3 Min Read
* Trump to speak at 9:00 p.m. ET
* Target drops on sales warning, pulls down Wal-Mart
* Financials top losers among S&P sectors
* Indexes: Dow 0.09 pct, S&P 0.16 pct, Nasdaq 0.2 pct (Updates to open)
By Yashaswini Swamynathan
Feb 28 (Reuters) - U.S. stocks dipped Tuesday morning, pulled lower by financial and consumer discretionary names, and as investors focused on President Donald Trump's first speech to a joint session of Congress.
Trump's promises of tax reform, infrastructure spending and simpler regulations have sparked a post-election rally that has propelled the main U.S. market indexes to record highs.
The address at 9:00 p.m. ET (0200 GMT) could touch on tax reforms, defense spending and his plans to overhaul the U.S. healthcare system.
Indicating investors' focus on Trump's speech for clues on how he planned to implement his agenda, reaction was largely muted to data that showed U.S. economic growth slowed in the fourth quarter.
"If he gives minimal detail this evening, then perhaps we might get a little bit wind out of the sails on this recent equity move," said Erik Wytenus, global investment specialist at J.P. Morgan Private Bank.
Trump's comments on "big" infrastructure spending on Monday helped the Dow Jones Industrial Average mark its 12 straight record close, a feat not seen since 1987.
At 9:42 a.m. ET the Dow Jones Industrial Average was down 19.01 points, or 0.09 percent, at 20,818.43, the S&P 500 was down 3.86 points, or 0.16 percent, at 2,365.89 and the Nasdaq Composite was down 11.68 points, or 0.2 percent, at 5,850.22.
Nine of the 11 major S&P sectors were lower, with financials dropping the most by 0.3 percent.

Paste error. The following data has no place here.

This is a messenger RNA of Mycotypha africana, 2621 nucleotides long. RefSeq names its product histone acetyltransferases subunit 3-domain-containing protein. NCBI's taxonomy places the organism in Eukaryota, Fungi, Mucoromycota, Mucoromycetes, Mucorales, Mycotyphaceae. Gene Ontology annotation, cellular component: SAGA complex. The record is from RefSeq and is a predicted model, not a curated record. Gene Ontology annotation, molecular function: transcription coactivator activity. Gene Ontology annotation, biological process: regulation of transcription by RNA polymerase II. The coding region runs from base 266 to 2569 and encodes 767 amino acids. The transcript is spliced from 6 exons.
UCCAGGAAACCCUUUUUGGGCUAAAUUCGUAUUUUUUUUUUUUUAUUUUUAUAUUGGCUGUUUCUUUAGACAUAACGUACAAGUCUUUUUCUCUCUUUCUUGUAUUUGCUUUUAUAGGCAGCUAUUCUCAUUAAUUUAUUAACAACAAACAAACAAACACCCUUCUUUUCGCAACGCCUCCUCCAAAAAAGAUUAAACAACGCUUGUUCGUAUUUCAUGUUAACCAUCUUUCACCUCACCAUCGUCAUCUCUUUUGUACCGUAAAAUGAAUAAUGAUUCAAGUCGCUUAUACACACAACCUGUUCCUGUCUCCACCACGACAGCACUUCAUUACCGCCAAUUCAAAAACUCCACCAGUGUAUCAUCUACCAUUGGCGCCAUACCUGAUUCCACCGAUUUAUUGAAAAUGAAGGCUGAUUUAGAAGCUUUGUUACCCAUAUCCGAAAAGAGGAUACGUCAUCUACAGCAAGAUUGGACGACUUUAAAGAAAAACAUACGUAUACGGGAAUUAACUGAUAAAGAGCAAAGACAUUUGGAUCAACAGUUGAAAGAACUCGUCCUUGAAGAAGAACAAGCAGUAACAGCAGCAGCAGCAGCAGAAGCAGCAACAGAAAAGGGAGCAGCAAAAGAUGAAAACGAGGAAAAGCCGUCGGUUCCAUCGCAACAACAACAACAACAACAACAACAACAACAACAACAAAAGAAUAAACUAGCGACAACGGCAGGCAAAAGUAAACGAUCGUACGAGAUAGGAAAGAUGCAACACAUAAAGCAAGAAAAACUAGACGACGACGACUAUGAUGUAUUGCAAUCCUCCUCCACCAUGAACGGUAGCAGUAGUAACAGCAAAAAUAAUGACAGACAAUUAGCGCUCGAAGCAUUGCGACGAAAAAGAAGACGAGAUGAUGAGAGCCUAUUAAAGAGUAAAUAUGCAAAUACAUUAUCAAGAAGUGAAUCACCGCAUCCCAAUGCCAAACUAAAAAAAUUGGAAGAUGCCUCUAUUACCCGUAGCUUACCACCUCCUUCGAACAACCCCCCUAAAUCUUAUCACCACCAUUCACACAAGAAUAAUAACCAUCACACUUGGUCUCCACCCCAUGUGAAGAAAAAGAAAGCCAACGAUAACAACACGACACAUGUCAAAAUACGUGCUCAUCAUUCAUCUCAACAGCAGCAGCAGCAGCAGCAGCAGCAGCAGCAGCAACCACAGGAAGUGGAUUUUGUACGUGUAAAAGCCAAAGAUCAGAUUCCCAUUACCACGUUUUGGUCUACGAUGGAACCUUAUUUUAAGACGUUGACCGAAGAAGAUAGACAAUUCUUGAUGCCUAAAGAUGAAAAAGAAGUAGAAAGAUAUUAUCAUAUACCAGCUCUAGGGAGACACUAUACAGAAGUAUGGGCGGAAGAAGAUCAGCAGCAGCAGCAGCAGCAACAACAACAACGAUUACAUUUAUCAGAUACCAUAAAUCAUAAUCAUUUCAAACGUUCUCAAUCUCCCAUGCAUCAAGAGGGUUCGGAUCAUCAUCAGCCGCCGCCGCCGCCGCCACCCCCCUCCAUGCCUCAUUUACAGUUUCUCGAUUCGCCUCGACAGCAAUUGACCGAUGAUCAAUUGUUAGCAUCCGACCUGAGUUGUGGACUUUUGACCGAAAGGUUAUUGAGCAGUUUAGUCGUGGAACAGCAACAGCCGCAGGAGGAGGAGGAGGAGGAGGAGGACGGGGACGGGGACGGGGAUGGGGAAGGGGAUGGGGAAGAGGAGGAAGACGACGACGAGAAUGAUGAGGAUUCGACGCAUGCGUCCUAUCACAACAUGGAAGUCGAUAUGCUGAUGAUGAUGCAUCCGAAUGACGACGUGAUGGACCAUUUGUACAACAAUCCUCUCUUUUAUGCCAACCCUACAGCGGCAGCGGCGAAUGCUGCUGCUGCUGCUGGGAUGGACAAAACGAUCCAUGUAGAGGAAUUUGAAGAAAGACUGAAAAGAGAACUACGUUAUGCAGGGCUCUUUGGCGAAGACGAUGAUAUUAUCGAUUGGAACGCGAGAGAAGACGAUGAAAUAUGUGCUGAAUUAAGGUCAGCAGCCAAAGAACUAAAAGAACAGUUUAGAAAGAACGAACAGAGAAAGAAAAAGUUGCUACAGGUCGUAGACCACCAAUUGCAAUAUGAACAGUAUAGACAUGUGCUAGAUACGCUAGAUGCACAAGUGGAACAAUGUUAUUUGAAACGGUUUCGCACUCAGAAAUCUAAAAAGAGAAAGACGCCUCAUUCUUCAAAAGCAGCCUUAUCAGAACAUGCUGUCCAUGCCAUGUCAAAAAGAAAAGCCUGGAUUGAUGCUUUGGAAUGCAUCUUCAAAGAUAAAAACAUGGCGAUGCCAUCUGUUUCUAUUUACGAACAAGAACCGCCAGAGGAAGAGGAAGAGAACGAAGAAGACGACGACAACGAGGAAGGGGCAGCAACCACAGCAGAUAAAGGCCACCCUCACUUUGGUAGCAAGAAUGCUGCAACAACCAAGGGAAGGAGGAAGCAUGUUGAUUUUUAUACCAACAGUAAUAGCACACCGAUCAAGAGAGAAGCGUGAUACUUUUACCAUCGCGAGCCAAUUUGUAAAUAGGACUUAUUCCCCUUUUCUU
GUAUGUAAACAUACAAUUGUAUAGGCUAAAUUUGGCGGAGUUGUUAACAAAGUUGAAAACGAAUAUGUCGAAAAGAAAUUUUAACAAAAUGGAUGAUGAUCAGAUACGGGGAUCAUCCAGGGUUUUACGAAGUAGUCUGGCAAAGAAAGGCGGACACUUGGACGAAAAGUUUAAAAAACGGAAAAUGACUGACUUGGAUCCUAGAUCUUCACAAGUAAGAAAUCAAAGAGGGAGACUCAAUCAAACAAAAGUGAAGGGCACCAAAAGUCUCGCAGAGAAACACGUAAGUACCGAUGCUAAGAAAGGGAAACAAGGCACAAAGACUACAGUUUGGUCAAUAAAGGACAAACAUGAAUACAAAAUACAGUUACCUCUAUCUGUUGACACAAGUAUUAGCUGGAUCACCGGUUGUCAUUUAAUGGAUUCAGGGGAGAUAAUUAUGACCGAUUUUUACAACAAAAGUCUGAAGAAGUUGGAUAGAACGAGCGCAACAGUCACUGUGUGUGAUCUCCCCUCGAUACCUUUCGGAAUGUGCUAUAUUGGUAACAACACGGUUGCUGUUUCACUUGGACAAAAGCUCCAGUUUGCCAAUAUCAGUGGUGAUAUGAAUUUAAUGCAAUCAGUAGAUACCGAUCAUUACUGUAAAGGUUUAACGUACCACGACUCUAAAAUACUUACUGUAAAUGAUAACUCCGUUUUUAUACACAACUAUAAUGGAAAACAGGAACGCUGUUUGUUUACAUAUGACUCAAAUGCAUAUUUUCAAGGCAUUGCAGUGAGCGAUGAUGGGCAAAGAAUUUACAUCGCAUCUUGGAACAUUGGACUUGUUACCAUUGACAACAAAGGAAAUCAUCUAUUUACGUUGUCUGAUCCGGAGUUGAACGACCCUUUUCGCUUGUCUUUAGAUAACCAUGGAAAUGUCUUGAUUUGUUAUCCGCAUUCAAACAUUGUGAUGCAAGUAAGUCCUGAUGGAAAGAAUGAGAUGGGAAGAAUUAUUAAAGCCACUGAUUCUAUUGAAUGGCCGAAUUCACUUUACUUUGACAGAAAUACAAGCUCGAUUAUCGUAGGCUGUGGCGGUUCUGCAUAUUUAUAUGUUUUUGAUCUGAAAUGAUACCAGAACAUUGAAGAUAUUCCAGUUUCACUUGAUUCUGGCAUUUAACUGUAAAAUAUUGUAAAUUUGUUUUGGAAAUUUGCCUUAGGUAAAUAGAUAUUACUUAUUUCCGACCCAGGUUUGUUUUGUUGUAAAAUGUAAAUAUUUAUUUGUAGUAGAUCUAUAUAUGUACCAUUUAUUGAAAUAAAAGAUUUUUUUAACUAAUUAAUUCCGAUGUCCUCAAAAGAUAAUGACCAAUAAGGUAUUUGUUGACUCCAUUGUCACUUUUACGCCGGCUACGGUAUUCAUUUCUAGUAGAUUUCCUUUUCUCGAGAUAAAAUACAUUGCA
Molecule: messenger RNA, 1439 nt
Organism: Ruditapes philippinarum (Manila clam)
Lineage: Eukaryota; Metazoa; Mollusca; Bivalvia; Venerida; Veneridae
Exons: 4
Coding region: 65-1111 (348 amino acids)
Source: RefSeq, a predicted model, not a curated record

Charles Schwab was the top drag on the financial sector after the company said it would reduce its ETF trade and online equity commissions, following similar cuts by Fidelity Investments.
Target was the biggest percentage loser on the S&P, dropping 13.2 percent after the big-box retailer warned sales could continue to decline this year. Shares of bigger rival Wal-Mart were off 2.3 percent.
Perrigo dropped 10 percent to $75.72 after the drugmaker said it would delay filing its annual report and would review past accounting practices.
Priceline was the top stock on the S&P, with a 5.8 percent gain at $1,728.50, following quarterly revenue that blew past estimates.
Declining issues outnumbered advancers on the NYSE by 1,656 to 965. On the Nasdaq, 1,672 issues fell and 647 advanced.
The S&P 500 index showed 25 new 52-week highs and four new lows, while the Nasdaq recorded 52 new highs and 21 new lows. (Reporting by Yashaswini Swamynathan in Bengaluru; Editing by Sriraj Kalluvila)